DIP 002: Opportunism and anxiety

Plus: Instagram bait at the mall, Foot Locker makes moves, and parsnips

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The Chips 🍄

The Dip 💎

Hims and Hers (Thems? Theirs?) are now selling beta blockers as a tool to combat social and performance-related anxiety. Beta blockers inhibit the effects of epinephrine, the hormone that triggers a fight-or-flight reaction. Beta blockers are most often used to combat hypertension, congestive heart failure, and arrhythmia.

They can be prescribed as a short-term fix for anxiety, too. In fact, Hims isn’t even the first telemedicine company to do so — Kick has been around since 2017ish. But studies into the effects of propranolol (the active ingredient in beta blockers) and anxiety have produced mixed results (see A). It's also worth noting that beta blockers can induce depression, which often goes hand in hand with anxiety to begin with…

Hims set out to provide backdoor, telemedicine solutions to "awkward" conversations with your doctor about sex (which, hello, please find yourself a doctor with whom you can comfortably speak about things that make you uncomfortable). This latest product marks a departure from that, and in a way that strikes me as problematic.

The Anxiety Economy

In selling beta blockers, Hims is profiting off of anxiety, and society’s misperceptions of what it means to struggle with anxiety, while not contributing to any sort of meaningful solution. Propranolol is a bandaid, plain and simple.

Yes, therapy is often cost prohibitive. Digital solutions, whether texting a real person or a chatbot, are a step in the right direction. Quartz Obsession explored chatbot therapy and acknowledged that while more research needs to be done, AI therapy can be really effective. Or maybe it’s just better than nothing.

A Better Model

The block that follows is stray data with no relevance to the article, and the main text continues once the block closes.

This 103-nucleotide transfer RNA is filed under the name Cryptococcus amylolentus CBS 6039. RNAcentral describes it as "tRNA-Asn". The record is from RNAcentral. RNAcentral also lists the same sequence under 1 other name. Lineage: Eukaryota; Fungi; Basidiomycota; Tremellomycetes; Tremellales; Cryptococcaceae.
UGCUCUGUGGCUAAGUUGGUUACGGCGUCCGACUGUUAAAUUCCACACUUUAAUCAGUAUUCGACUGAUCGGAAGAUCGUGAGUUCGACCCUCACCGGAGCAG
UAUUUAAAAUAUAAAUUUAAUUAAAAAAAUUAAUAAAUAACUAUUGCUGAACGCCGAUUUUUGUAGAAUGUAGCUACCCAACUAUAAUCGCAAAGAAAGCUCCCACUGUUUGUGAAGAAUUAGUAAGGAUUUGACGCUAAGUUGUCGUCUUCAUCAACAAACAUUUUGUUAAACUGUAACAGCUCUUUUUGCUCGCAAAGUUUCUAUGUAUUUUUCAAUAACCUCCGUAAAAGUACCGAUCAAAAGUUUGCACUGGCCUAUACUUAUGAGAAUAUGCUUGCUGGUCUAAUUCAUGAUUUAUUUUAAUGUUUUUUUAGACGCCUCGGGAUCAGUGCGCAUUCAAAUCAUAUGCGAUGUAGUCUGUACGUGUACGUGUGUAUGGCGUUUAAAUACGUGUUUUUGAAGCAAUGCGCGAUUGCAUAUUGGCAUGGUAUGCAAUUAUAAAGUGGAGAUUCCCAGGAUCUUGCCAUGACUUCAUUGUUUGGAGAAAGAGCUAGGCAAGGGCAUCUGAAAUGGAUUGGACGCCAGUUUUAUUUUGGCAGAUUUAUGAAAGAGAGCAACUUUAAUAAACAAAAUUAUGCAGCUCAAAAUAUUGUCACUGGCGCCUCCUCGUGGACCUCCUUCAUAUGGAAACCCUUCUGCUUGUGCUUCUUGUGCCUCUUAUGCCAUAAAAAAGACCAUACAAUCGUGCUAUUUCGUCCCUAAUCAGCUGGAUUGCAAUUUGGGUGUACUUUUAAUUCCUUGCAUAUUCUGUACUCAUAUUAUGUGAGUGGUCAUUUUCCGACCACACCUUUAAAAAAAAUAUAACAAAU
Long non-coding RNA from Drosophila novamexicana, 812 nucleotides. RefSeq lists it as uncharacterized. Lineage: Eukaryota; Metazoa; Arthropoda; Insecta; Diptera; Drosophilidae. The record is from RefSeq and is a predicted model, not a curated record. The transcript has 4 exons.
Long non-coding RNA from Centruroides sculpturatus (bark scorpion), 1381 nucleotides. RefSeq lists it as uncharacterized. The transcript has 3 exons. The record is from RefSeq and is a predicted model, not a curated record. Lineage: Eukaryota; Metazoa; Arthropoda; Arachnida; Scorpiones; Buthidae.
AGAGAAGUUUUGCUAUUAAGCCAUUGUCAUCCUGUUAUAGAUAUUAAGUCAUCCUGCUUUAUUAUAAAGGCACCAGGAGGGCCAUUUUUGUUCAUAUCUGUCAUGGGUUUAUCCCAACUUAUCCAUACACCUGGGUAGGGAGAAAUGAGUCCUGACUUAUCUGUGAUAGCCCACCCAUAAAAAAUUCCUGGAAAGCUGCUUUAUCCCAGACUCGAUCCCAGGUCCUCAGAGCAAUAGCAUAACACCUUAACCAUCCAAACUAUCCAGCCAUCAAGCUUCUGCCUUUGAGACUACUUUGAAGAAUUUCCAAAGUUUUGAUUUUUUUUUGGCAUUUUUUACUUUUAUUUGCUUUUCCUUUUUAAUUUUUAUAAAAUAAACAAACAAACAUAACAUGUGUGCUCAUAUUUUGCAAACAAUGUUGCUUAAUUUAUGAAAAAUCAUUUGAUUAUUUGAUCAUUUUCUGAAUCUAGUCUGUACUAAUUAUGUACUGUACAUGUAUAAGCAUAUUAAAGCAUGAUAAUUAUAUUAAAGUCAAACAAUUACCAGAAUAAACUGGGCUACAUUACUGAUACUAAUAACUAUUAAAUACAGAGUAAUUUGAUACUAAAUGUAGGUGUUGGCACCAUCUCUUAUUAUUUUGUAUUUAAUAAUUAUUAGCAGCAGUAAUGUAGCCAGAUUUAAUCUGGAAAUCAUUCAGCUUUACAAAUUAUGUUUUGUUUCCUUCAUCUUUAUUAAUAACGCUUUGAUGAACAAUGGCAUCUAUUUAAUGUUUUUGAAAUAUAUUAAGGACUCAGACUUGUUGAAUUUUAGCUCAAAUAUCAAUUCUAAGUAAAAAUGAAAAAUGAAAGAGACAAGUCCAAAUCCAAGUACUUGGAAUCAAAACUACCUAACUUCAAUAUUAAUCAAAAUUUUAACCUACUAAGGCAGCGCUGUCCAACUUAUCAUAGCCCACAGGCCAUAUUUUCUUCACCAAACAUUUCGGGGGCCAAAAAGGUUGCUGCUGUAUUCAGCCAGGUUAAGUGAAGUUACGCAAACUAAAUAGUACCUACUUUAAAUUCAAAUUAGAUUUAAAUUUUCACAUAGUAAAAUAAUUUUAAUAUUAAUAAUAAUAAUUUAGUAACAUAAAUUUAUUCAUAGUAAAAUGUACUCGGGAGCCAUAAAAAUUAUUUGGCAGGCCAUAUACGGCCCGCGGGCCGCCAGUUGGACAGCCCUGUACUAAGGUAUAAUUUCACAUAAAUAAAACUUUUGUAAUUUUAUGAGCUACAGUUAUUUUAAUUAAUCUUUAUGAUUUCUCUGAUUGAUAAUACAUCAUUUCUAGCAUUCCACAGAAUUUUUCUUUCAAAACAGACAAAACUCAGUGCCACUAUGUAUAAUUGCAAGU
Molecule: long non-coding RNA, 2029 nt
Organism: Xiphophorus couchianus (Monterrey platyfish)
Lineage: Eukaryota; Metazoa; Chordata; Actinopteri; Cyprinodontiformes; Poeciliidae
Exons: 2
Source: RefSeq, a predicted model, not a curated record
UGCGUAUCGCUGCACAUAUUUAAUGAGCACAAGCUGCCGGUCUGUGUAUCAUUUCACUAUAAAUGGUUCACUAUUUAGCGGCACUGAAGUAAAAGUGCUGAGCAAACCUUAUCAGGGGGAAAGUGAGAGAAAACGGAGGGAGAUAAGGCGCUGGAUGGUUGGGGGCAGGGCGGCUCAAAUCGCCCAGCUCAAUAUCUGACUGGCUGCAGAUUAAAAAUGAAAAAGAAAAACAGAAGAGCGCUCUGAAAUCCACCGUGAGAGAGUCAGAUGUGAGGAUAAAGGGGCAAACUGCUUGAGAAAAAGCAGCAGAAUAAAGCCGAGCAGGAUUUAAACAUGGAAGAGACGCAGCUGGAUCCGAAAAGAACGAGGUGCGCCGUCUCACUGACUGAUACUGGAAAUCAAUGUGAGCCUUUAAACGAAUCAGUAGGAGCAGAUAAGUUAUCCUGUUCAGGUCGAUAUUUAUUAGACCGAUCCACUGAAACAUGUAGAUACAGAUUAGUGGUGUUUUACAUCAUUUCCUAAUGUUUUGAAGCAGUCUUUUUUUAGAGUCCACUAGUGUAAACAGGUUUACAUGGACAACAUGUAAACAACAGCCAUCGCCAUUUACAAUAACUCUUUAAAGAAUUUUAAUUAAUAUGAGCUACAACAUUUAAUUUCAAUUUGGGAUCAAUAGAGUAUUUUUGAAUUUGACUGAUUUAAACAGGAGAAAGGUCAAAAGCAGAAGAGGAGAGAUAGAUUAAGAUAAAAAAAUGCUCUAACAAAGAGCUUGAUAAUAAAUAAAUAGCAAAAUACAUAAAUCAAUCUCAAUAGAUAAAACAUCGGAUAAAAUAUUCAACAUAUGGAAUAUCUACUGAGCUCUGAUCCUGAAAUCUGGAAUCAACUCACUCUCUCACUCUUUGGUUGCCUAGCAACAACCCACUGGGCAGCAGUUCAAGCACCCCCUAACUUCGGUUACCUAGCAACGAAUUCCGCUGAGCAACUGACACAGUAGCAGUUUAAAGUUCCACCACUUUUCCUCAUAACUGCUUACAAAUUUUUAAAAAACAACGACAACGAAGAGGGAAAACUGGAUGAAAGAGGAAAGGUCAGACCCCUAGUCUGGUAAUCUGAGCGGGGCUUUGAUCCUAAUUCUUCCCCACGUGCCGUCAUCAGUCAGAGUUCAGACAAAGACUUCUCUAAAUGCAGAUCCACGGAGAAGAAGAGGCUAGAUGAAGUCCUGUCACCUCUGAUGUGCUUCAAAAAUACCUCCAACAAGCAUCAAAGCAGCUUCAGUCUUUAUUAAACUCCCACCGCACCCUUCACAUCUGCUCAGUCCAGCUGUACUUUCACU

Brightside is a telemedicine platform for people struggling with depression. Treatment begins with a quiz to evaluate your symptoms. Brightside then explains what your results mean and offers you two non mutually exclusive solutions: free digital CBT (cognitive behavioral therapy — a habit- and goal-oriented form of therapy) or doctor-prescribed antidepressants. The digital CBT is self-guided, with weekly lessons and biweekly check-ins to compare against your baseline numbers. Brightside doesn’t lead with a prescription, but it’s there if you want it.

It’s not a perfect solution — holding patients accountable and encouraging them to put lessons into practice is really hard — but it’s a big step in the right direction, and far more effective than how Hims is approaching mental health solutions.

Services like Octave (therapy, life coach services, and mindfulness classes), Alma (WeWork-ish), and Two Chairs (therapy with an AirSpace aesthetic) operate in a similar space and seek to make therapy less fraught — friendly serif typefaces and all. It’s a great idea, but a well-designed office has no bearing on efficacy. That’s a matter of patient-provider match.

Real Talk

Propranolol can’t cure anxiety. Neither can therapy. For most people, anxiety isn’t an on-or-off thing. It fluctuates. Sometimes day to day, sometimes minute to minute. Maybe it’s humming in the background or maybe it’s screaming in your face, but it’s almost always there. What’s important — and what can help! — is having a set of tools to better manage that anxiety (or, at the very least, acknowledge its presence).

I say this knowing full well that each person is different, and each person’s anxiety manifests itself differently. For some, CBT is all it takes. For others, prescription drugs may be the only thing getting them out of bed in the morning.

With a $1B valuation and new $100MM series C, Hims is in a position to define what telemedicine is and can become. Here’s hoping that it’s something rooted in holistic care and meaningful solutions, not quick fix generic drugs and easy transactions…

Still Hungry?

Real Dip 🐚

Parsnip skordalia from Bon Appetit. Try it with fluffy pita, miscellaneous roasted, not-parsnip vegetables, and a jammy egg.

I don't like parsnips. But I recently read something that suggested that not liking a particular food often comes down to the way it was prepared. I have found this to be true on several occasions, one of which was an incredibly intimate dinner for six people prepared by Faviken's Magnus Nilsson, during which he served a pine-smoked scallop that made me question every other scallop I’ve tried and hated. (Also, yes, this is me bragging, thank you for noticing.)

So I decided to give parsnips a shot in a different format: dip. And it was good! If nothing else, consider this recipe further proof that adding cheese makes most things better…

Thanks for snacking,

— Emily 🐛